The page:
Tag Archives: Christianity

BOOK REVIEW: THE ROZABAL LINE … Ashwin Sanghi

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    Let me take you through this very interesting book written by famous author Ashwin Sanghi some time back. The name of the book is ‘The Rozabal Line’ an engrossing novel of some three hundred and fifty pages.

    It is a thriller fiction by Ashwin Sanghi, written under the pseudonym Shawn Haigins. The book was originally published in 2007. A revised edition of which was also published by Westland Ltd & Tranquebar Press in 2008 under the author’s own name. I’m purposefully bringing this book to you so late because it is a very well researched fiction novel that can live through times. Most certainly It has a long shelf life for it’ll keep resurrecting itself at appropriate intervals. But before I take you through my comments as a reader let me first take you through the plot of this masterpiece.

    Let me first begin by asking did Jesus survive his execution? Well, the novel does deal with the story of Jesus having survived the crucifixion and later his settling in India. The fictional spark of the novel I suppose comes in the same rhythm as Dan Brown’s—’The Da Vinci Code.’ I brooded over the book for some time before deciding to read it again. The title of the book draws its name from the Rozabal Shrine in Srinagar, located in Kashmir. Some cynosures such as Mirza Ghulam Ahmad, the founder of the Ahmadiyya Muslim Community is said to have been the first person who claimed in 1899, that Rozabal was the burial place of Jesus of Nazareth. The historical basis of the novel is derived from several other books on the subject including ‘Jesus Lived in India’ by Holger Kersten and ‘The Unknown Life of Jesus’ by Nicolas Notovich.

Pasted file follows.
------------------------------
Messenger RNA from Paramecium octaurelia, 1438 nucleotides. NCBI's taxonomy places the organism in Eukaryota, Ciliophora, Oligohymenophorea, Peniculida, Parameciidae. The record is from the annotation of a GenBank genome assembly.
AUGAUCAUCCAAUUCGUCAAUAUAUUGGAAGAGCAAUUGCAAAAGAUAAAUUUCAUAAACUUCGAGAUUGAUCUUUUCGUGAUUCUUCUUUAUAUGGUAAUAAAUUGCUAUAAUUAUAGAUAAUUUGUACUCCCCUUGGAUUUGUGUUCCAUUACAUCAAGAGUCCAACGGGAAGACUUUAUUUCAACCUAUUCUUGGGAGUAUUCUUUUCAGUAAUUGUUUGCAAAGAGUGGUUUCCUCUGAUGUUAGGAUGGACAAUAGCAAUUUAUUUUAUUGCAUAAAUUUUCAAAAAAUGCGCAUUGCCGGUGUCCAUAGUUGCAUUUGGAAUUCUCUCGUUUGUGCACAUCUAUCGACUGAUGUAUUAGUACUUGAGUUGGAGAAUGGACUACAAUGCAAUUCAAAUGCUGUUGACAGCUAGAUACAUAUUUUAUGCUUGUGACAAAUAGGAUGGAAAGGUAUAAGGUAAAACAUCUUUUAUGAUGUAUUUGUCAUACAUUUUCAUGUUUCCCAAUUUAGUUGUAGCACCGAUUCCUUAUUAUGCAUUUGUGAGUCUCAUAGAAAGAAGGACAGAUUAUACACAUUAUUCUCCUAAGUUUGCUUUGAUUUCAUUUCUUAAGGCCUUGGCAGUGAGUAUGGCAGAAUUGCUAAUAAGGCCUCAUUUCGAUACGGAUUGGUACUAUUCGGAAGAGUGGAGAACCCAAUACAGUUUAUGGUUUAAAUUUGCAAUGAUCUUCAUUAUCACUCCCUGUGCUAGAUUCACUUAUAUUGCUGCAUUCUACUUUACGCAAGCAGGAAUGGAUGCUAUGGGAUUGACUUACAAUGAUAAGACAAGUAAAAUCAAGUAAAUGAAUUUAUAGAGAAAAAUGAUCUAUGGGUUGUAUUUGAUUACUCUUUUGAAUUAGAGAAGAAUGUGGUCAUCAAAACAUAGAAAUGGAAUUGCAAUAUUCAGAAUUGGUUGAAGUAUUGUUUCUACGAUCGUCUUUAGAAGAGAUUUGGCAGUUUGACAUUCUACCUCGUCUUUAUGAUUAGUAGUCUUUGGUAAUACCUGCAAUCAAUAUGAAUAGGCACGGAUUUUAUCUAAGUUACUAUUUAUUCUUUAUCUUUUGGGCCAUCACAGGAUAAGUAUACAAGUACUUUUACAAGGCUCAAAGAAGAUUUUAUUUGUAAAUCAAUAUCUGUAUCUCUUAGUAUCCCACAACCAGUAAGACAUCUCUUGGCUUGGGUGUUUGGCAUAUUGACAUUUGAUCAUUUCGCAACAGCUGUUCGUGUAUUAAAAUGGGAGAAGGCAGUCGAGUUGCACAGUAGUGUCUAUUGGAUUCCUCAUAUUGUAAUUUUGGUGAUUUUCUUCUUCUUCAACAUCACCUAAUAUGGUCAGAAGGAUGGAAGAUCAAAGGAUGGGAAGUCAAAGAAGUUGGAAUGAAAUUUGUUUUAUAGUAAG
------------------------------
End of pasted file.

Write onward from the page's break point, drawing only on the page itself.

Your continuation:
A cardboard box is found on a shelf in a London library. When the bewildered librarian opens it. She screams before she falls unconscious on the floor. Within the winding recesses of the Vatican, a beautiful assassin of Asian origin by the name of Swakilki swears she will eliminate all who do not believe in her twisted credo.

    A deadly elite army of thirteen calling itself the Lashkar-e-Talatashar is scattered around the globe. The fate of its members curiously resembles that of Christ and his Apostles. Their agenda is clearly Armageddon.

    The forces of Islam and the forces of Christianity are positioning themselves for the greatest conflict ever. At the end of this conflict, they will both destroy themselves. And then will rise the New World Order—the power of the Illuminati.